dear bride

Dear bride,

You look gorgeous, you know that? You really do. It's the one time in your life you're wearing false eyelashes and they work. They'll make your eyes pop in your photos.

And your wedding is perfect. Everything looks great. Please don't worry about what others think about your wedding or whether you should have added more personal touches. No one is here to see the decorations. They're here to see you.

You've been waiting for this day for ever. Or so it feels like forever. And the day has finally come -- it's the peak of dating, the big finale, the best day ever!

Actually, stop there. Today, is not the finale. Today is not the peak. It's the beginning. It's one blip on the radar of your life. Sure, it's a special day, a day where you feel good about wearing this much makeup and a really expensive dress, but it is just one piece of your life, and maybe not even the most important piece.

Tomorrow is more important and every day after that. The day you have the worst day at work, and your car breaks down and you get in a fight but you choose to lean in and still love him, and still trust in your relationship -- that is a more important day. Today, on your wedding day, love is easy. Three years from now when you're figuring out a budget together, love is not as glamorous.

This isn't to say that marriage won't be fun or wonderful or that there won't be moments of love. There will be those moments. I know you think you know that guy you're marrying, but you don't. You've just scratched the surface of who he is; you only know a little bit of his hopes and dreams and the very fabric of what makes him the man you love. Each day you have the opportunity to know him more, to support him more, to learn how to love him more.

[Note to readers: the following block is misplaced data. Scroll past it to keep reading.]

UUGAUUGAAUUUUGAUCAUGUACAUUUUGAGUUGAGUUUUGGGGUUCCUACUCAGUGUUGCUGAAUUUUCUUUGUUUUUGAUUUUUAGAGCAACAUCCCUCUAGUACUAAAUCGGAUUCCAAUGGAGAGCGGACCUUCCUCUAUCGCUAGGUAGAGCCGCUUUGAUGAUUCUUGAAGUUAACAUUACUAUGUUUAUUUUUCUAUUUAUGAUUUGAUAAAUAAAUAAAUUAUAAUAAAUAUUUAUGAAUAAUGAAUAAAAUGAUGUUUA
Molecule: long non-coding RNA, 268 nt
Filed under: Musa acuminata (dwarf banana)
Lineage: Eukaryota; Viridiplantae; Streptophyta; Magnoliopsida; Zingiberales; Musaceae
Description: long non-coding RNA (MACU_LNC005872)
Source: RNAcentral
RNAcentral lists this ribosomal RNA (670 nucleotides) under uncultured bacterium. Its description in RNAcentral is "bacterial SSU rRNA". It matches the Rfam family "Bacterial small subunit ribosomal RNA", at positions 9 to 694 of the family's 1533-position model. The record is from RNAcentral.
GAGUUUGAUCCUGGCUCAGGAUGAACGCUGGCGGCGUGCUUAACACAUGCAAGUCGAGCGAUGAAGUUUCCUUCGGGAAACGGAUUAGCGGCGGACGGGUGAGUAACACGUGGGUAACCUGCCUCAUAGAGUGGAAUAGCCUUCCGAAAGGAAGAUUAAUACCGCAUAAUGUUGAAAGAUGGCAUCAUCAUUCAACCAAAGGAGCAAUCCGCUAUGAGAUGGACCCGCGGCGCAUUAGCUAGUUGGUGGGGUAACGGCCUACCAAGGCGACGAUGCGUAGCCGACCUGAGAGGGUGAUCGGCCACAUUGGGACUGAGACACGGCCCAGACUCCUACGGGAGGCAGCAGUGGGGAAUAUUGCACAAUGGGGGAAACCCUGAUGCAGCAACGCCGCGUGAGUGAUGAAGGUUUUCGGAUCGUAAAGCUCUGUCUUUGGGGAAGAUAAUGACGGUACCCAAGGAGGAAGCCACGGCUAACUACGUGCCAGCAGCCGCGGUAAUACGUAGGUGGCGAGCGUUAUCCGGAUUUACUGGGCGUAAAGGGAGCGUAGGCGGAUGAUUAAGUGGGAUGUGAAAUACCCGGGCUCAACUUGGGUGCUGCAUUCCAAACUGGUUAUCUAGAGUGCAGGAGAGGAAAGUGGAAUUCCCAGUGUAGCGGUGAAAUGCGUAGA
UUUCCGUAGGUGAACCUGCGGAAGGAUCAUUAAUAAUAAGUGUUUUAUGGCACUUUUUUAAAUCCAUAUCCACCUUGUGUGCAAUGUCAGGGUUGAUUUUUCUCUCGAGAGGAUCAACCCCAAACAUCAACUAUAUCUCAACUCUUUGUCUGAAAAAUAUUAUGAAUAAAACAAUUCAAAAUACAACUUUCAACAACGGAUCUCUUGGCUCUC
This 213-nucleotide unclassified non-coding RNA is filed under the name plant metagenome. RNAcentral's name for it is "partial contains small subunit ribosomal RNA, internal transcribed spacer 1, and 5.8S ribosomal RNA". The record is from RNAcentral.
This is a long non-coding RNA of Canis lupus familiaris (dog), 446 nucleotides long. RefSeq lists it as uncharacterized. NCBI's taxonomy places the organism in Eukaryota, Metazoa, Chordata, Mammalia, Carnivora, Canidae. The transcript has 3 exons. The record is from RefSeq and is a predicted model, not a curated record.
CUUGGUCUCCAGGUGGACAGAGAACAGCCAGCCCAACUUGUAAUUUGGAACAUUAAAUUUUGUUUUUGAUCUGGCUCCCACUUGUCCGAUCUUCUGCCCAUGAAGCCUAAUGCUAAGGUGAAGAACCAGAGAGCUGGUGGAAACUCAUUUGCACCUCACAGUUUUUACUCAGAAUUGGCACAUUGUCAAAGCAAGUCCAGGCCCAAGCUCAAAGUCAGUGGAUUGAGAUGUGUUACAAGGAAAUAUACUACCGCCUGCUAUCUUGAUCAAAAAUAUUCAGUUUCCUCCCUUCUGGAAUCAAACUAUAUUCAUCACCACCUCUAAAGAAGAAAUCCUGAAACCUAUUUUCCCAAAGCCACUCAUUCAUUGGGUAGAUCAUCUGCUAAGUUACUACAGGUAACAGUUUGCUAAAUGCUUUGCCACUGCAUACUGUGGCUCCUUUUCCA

I know you think you know everything right now. But you're really young. My goodness you're young. I'm not sure how your parents said yes to you getting married... especially because five years from now you're going to be suspicious of anyone knowing what they're doing getting married right out of college. In the next few years you're going to learn a lot about life, and a lot more about love. Good thing you're marrying someone who will help you learn those things

This is a lot to take in right now. It's overwhelming but I just wanted to encourage you today, on your wedding. Five years from now, you're going to look back at your wedding and think back to that day-- a beautiful, momental day, but just one day that begins a much bigger and better journey. Get excited.


Happy five years Evan. Life is pretty great with you. 


a prescription for ordinary days

Some days are really ordinary. Let's just say that. And some days I want fireworks, a big event with laughter and late nights. But instead, it's laundry and traffic and responsibilities ... the same old routine.